Pathogenesis 1. Sensitization of mother to a blood group antigen in fetal RBCs 2. Mother forms antibodies that cross placenta 3. Maternal antibodies damage fetal RBCs 4. Fetus increases blood production to compensate for increased RBC destruction Variable severity Hydrops fetalis

Less intense hemolytic process Mild disease Erythroblastosis Fetalis (2 of 2) Hydrops fetalis Severe anemia causes heart failure and impaired hepatic plasma protein synthesis Results in edema Hemolytic process is extremely severe, causing death Infant dies in uterus during last trimester

Less intense hemolytic process Infant is born alive but moderately or severely anemic Mild disease Infant appears normal at birth then becomes anemic and jaundiced, develops edema Fetal Hydrops, stillborn with marked edema.

Swollen abdomen from enlarged liver and spleen and fluid accumulation in peritoneal cavity. Rh Hemolytic Disease (1 of 3) Most cases: Rh-negative mother and Rhpositive infant Consists of a series of allelic genes that determine multiple Rh antigens on red cells Rh-positive: red cells contain D (Rho) antigen

May be homozygous (genotype DD) May be heterozygous (genotype Dd) Rh-negative: red cells lack D (Rho) antigen Genotype dd Rh Hemolytic Disease (2 of 3) Mother sensitized to foreign antigen in infants cells and forms anti-D antibodies that cross placenta into infants blood

Rarely occurs in first pregnancy First Rh-positive infant born to Rh-negative mother is normal Rh antibodies not yet formed Treatment Exchange transfusion Fluorescent light therapy for hyperbilirubinemia Intrauterine fetal transfusion

Rh Hemolytic Disease (3 of 3) Prevention Rh immune globulin administered to mother Contains gamma globulin with Rh antibody Given within 72 hours after delivery of Rh-positive infant Rh antibody coats Rh antigen sites on surface of fetal red cells in maternal circulation to reduce sensitization Not 100% effective: 1.5% still form antibodies Some physicians recommend injections late in

pregnancy and after delivery to reduce incidence of sensitization Dual circulation of blood in the placenta Discussion A 30-year old woman prematurely delivered normal, well-formed female twins at 36 weeks of gestation. However, on examination of the placenta following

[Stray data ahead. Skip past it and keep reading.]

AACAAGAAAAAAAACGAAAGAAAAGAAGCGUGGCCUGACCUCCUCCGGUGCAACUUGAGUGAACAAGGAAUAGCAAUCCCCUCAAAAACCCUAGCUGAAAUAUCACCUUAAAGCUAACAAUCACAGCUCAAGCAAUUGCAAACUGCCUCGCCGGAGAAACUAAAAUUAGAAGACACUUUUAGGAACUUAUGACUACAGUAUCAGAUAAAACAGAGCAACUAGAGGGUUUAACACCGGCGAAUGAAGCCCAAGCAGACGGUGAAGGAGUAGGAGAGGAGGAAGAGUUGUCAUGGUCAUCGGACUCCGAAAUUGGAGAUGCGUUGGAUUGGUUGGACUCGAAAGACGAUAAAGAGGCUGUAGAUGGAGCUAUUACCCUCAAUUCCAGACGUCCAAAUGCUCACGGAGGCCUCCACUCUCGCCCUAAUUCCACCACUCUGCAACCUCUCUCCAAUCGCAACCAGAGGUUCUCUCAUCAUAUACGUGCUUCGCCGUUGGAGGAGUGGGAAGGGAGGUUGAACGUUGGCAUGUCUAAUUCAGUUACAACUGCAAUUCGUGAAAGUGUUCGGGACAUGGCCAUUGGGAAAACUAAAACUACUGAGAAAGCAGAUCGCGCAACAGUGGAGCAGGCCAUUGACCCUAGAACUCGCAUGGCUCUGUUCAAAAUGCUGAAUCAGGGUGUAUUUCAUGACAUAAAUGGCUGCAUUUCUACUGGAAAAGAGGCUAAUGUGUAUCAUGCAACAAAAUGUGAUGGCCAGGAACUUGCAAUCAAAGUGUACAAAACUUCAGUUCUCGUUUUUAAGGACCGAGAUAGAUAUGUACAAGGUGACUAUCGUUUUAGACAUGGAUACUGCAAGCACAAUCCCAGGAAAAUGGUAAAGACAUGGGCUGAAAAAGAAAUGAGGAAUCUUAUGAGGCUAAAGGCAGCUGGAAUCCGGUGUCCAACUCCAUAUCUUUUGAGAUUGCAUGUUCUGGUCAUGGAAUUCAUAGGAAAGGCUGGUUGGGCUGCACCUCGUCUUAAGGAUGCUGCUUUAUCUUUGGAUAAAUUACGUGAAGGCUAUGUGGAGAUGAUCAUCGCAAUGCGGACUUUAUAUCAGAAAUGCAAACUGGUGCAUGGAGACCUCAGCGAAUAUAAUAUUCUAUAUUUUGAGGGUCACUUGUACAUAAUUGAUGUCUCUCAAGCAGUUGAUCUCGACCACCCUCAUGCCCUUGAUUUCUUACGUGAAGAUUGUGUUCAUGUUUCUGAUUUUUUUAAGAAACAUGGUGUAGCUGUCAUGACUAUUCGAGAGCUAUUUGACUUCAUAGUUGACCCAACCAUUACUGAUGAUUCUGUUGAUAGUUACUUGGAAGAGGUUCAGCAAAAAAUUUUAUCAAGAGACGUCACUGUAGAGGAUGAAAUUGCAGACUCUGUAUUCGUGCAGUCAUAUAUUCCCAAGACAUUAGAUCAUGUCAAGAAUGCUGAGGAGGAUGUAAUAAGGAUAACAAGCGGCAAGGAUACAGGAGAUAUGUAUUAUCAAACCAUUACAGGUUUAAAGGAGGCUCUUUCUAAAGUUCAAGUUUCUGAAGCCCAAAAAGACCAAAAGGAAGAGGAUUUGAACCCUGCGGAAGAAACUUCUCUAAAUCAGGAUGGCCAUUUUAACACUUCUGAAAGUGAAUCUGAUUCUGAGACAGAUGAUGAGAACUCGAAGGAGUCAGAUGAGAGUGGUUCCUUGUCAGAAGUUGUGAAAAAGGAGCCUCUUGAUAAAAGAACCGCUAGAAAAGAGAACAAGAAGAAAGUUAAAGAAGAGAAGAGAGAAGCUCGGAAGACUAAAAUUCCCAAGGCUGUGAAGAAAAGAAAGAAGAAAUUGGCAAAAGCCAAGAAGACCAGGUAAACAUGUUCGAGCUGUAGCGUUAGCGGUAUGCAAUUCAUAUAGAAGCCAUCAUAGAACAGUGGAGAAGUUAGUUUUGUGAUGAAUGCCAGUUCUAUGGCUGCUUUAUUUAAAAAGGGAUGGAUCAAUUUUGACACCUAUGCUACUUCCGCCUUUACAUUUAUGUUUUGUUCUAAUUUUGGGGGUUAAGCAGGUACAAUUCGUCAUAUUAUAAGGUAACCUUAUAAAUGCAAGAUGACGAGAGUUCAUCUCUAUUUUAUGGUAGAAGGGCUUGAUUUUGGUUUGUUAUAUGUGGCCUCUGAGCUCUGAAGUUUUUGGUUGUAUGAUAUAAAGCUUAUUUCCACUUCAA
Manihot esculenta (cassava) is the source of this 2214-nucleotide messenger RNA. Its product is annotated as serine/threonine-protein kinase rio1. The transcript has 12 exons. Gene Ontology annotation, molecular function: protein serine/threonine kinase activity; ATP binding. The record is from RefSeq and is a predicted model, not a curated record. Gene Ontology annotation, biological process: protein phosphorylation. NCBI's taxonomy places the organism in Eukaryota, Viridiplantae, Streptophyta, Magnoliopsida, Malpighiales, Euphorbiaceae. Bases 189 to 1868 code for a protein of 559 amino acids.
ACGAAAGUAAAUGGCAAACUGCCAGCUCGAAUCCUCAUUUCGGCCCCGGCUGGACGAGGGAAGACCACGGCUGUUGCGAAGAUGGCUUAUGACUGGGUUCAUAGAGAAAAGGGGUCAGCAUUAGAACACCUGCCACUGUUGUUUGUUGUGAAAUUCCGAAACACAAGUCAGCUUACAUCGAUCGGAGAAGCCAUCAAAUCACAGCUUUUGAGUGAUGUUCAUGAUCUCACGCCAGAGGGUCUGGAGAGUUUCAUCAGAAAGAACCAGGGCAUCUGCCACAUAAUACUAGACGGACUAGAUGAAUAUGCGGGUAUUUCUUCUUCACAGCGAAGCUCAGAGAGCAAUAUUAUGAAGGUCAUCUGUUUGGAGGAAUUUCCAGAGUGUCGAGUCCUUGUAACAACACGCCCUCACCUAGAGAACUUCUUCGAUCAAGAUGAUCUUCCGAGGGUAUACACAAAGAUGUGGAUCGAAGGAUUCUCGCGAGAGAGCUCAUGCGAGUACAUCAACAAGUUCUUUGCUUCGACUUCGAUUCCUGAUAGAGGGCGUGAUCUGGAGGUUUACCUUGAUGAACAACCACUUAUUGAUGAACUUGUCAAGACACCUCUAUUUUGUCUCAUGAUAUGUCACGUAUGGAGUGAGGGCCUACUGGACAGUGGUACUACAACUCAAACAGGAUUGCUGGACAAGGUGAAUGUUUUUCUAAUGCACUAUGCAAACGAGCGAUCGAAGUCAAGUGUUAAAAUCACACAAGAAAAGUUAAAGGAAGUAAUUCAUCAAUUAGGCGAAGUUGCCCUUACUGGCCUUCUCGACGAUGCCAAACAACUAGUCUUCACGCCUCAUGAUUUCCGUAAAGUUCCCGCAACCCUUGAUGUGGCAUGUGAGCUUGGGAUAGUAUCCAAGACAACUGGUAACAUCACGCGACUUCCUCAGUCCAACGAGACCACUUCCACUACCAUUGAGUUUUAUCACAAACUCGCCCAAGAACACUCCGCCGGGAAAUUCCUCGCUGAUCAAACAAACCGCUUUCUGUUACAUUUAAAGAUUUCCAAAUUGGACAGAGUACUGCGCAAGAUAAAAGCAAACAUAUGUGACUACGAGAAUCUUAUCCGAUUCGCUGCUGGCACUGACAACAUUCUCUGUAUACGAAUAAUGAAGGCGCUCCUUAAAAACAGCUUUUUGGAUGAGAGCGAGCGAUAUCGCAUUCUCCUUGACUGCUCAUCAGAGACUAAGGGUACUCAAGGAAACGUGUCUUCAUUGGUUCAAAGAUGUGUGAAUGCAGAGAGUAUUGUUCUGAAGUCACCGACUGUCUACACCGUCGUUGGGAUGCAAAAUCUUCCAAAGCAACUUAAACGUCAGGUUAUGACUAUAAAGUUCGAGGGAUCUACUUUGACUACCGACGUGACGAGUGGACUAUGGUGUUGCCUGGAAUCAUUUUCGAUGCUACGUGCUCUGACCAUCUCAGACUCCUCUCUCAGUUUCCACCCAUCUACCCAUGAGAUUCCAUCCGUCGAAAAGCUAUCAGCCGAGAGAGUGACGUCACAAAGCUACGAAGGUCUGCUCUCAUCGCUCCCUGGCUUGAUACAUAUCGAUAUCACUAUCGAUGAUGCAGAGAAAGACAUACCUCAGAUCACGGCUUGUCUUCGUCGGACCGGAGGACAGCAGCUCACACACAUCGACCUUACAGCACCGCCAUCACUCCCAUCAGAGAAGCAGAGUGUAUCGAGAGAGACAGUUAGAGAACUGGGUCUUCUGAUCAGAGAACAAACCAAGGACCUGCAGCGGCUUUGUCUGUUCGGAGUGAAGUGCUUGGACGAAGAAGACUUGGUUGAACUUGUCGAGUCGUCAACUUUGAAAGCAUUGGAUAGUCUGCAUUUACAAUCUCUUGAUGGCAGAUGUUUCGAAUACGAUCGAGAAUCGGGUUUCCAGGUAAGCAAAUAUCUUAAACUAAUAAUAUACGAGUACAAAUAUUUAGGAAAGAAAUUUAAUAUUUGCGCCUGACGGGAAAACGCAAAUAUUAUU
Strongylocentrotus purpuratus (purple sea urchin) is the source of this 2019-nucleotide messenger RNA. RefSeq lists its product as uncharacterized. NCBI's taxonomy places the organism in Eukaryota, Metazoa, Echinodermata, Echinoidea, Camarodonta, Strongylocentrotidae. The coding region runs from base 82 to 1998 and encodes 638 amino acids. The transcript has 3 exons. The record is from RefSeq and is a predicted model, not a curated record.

delivery, a third amnionic sac was noted with a degenerated fetus measuring 13 centimeters in length A. Vanishing twin B. Twin transfusion syndrome C. Blighted twin D. Conjoined twins E. Placenta previa Transfer of fetal Rh-positive red cells into

maternal circulation during postpartum placental separation ABO Hemolytic Disease (1 of 2) Pathogenesis Mother is type 0 (has anti-A and anti-B antibodies in her serum) while infant is type A or type B Maternal anti-A and anti-B antibodies attach to fetal red cells

Can occur in first ABO-incompatible pregnancy due to pre-existing anti-A and anti-B antibodies Manifestations Milder disease than Rh hemolytic disease because fetal A and B antigens are not as well developed unlike in adult cells; antibodies do not attach as firmly to fetal cells ABO Hemolytic Disease (2 of 2)

Manifestations A and B antigens also present in other fetal tissues, absorbing some of the antibodies that would otherwise attach to fetal cells Complications: anemia; hyperbilirubinemia; kernicterus Excess unconjugated bilirubin from red cell breakdown Treatment

Control hyperbilirubinemia by fluorescent light therapy Exchange transfusion not usually required Discussion The following are true of hemolytic disease of the newborn EXCEPT: A. Mother forms antibodies that cross the placenta and attack fetal red cells B. Infants red cells are protected by the mothers

antibodies C. Infant suffers edema from heart failure and impaired protein synthesis D. Infant compensates by increasing red blood cell production E. Infant may suffer severe hemolytic anemia and edema